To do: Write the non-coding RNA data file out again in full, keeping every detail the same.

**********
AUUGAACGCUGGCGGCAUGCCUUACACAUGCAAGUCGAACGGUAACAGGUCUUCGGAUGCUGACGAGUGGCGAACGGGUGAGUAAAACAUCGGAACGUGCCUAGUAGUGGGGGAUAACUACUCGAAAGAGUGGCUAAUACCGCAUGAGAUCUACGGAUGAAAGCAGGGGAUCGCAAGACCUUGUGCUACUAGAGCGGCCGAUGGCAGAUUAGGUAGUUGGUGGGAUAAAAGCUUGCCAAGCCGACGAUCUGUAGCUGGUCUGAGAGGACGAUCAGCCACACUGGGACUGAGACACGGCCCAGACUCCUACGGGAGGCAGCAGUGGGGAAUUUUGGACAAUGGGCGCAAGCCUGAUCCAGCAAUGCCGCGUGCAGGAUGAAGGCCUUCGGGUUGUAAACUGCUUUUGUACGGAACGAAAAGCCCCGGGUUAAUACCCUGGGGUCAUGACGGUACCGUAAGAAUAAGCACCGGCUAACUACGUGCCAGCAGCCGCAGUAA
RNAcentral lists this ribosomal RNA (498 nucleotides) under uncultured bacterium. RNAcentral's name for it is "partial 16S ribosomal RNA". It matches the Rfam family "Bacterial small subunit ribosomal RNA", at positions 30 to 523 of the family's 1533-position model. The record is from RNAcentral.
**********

AUUGAACGCUGGCGGCAUGCCUUACACAUGCAAGUCGAACGGUAACAGGUCUUCGGAUGCUGACGAGUGGCGAACGGGUGAGUAAAACAUCGGAACGUGCCUAGUAGUGGGGGAUAACUACUCGAAAGAGUGGCUAAUACCGCAUGAGAUCUACGGAUGAAAGCAGGGGAUCGCAAGACCUUGUGCUACUAGAGCGGCCGAUGGCAGAUUAGGUAGUUGGUGGGAUAAAAGCUUGCCAAGCCGACGAUCUGUAGCUGGUCUGAGAGGACGAUCAGCCACACUGGGACUGAGACACGGCCCAGACUCCUACGGGAGGCAGCAGUGGGGAAUUUUGGACAAUGGGCGCAAGCCUGAUCCAGCAAUGCCGCGUGCAGGAUGAAGGCCUUCGGGUUGUAAACUGCUUUUGUACGGAACGAAAAGCCCCGGGUUAAUACCCUGGGGUCAUGACGGUACCGUAAGAAUAAGCACCGGCUAACUACGUGCCAGCAGCCGCAGUAA
RNAcentral lists this ribosomal RNA (498 nucleotides) under uncultured bacterium. RNAcentral's name for it is "partial 16S ribosomal RNA". It matches the Rfam family "Bacterial small subunit ribosomal RNA", at positions 30 to 523 of the family's 1533-position model. The record is from RNAcentral.